Breathing exercises can be one of the most useful resources to tap into to help decrease stress and anxiety. We already take over 20,000 breaths a day, and it’s something you can do anywhere at any time. Learning how to become conscious of and control your breathing is a truly beneficial skill to improve your physical and mental health.

So what is the science? How is learning how to control your breath really going to help you manage your stress and learn to calm yourself? When someone tells you to take a deep breath, they may actually be trying to help you tap into your bodies natural ability to calm itself. When our body senses a threat, whether real or perceived our body shifts into fight or flight mood. In this mode our heart rate, respiration rate and blood pressure all increase, blood sugar floods our system, our muscles tense in preparation, and digestion, salivation, and other body functions deemed immediately unnecessary decrease.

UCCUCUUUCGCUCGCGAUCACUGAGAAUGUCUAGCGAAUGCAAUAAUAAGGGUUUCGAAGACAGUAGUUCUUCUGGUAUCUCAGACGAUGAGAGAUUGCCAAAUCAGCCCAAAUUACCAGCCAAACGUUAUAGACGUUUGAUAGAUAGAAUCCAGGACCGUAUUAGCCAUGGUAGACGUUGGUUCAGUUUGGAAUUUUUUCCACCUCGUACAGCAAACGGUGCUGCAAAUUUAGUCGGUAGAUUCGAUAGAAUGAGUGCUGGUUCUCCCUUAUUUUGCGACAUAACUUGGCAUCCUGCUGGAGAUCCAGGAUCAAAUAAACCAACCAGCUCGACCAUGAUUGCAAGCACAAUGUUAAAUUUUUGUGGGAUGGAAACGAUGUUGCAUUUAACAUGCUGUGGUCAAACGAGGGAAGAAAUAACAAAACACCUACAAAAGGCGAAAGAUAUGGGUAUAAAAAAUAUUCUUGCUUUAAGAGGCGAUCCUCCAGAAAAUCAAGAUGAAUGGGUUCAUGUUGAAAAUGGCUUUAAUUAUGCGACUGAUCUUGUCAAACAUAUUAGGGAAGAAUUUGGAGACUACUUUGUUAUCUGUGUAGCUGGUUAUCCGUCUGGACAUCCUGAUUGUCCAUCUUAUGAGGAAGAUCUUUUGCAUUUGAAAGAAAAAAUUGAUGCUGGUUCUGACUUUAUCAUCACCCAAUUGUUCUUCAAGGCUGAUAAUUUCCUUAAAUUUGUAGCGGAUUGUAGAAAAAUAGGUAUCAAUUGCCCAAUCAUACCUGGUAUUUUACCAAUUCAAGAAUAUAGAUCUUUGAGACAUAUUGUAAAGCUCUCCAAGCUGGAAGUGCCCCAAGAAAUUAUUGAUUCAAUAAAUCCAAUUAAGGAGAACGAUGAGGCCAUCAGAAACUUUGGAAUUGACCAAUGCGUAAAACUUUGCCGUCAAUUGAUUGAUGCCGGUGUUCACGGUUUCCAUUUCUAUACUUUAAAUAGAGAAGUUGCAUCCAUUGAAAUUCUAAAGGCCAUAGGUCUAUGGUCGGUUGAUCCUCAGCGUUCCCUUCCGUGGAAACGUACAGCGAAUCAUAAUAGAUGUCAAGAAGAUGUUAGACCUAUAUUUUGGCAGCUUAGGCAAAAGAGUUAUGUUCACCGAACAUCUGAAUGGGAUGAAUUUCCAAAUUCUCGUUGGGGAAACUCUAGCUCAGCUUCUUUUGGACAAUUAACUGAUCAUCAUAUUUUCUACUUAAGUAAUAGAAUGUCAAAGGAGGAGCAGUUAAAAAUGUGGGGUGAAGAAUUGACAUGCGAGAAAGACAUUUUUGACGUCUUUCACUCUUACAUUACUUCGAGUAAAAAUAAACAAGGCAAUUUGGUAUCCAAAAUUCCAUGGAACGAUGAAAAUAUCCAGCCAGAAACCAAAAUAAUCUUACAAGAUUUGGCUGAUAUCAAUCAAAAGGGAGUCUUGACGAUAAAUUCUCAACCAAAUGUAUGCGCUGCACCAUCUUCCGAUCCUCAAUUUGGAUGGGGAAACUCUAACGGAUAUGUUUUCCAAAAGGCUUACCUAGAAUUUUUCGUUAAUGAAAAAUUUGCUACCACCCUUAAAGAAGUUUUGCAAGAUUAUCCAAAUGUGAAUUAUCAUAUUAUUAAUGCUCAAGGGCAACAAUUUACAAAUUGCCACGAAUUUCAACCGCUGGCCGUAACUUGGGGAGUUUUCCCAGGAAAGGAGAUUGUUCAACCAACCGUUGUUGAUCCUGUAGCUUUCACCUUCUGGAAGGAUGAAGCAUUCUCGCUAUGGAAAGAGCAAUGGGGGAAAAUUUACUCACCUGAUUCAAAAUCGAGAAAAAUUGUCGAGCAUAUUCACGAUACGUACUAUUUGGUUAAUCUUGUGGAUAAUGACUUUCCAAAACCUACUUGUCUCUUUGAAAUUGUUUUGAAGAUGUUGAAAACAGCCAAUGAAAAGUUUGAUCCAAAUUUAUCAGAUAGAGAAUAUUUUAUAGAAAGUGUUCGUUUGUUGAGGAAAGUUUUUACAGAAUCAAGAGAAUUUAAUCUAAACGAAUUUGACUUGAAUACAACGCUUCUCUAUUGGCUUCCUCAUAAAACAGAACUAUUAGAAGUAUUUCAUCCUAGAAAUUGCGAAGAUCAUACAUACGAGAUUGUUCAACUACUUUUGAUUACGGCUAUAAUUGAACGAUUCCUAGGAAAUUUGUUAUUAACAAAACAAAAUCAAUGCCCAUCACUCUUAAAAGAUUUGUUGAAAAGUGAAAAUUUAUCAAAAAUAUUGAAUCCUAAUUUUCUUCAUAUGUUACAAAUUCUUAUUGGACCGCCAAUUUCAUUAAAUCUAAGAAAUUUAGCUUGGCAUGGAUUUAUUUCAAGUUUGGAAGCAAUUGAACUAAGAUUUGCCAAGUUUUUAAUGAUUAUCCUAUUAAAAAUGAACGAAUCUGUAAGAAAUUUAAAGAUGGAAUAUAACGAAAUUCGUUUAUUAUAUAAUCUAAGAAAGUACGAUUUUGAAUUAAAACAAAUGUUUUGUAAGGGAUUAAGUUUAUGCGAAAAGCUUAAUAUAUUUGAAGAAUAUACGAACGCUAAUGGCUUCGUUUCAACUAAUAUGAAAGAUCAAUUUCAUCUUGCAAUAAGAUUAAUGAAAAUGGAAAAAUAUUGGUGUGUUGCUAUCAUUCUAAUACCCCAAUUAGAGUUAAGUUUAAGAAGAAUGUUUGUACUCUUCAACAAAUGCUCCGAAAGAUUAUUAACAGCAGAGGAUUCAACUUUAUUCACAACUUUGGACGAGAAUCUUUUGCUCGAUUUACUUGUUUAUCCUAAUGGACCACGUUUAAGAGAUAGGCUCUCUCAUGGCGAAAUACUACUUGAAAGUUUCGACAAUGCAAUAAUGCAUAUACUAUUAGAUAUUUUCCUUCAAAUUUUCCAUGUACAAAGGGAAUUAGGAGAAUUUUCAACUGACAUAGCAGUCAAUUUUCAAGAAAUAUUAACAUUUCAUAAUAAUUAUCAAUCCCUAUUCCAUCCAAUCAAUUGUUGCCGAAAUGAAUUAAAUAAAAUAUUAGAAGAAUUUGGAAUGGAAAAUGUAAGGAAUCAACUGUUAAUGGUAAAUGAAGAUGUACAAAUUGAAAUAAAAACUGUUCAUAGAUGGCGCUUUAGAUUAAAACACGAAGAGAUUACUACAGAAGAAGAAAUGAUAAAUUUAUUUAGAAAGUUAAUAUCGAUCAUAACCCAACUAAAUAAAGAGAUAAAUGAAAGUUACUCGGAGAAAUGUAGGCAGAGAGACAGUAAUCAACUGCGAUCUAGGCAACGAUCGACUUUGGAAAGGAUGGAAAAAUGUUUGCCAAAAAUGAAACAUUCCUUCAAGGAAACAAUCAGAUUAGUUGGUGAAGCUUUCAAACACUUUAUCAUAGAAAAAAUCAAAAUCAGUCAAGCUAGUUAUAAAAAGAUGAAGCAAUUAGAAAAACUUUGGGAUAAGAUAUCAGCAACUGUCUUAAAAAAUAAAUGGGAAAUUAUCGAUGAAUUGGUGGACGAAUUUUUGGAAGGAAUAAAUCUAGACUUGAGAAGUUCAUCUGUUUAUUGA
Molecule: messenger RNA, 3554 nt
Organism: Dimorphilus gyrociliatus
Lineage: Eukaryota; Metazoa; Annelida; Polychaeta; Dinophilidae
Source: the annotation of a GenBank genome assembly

In our current society much of our stress is internally perpetuated, as well as chronic, meaning that this abnormal state in our body persists, instead of returning to optimal function or homeostasis. Reduced digestion, increased blood sugar and blood pressure can lead to weight gain and increased risk of serious chronic conditions. Using breathing techniques can actually help turn off the parasympathetic nervous system and the fight or flight response, reducing respiration rate, heart rate and blood pressure and inducing a state of calm.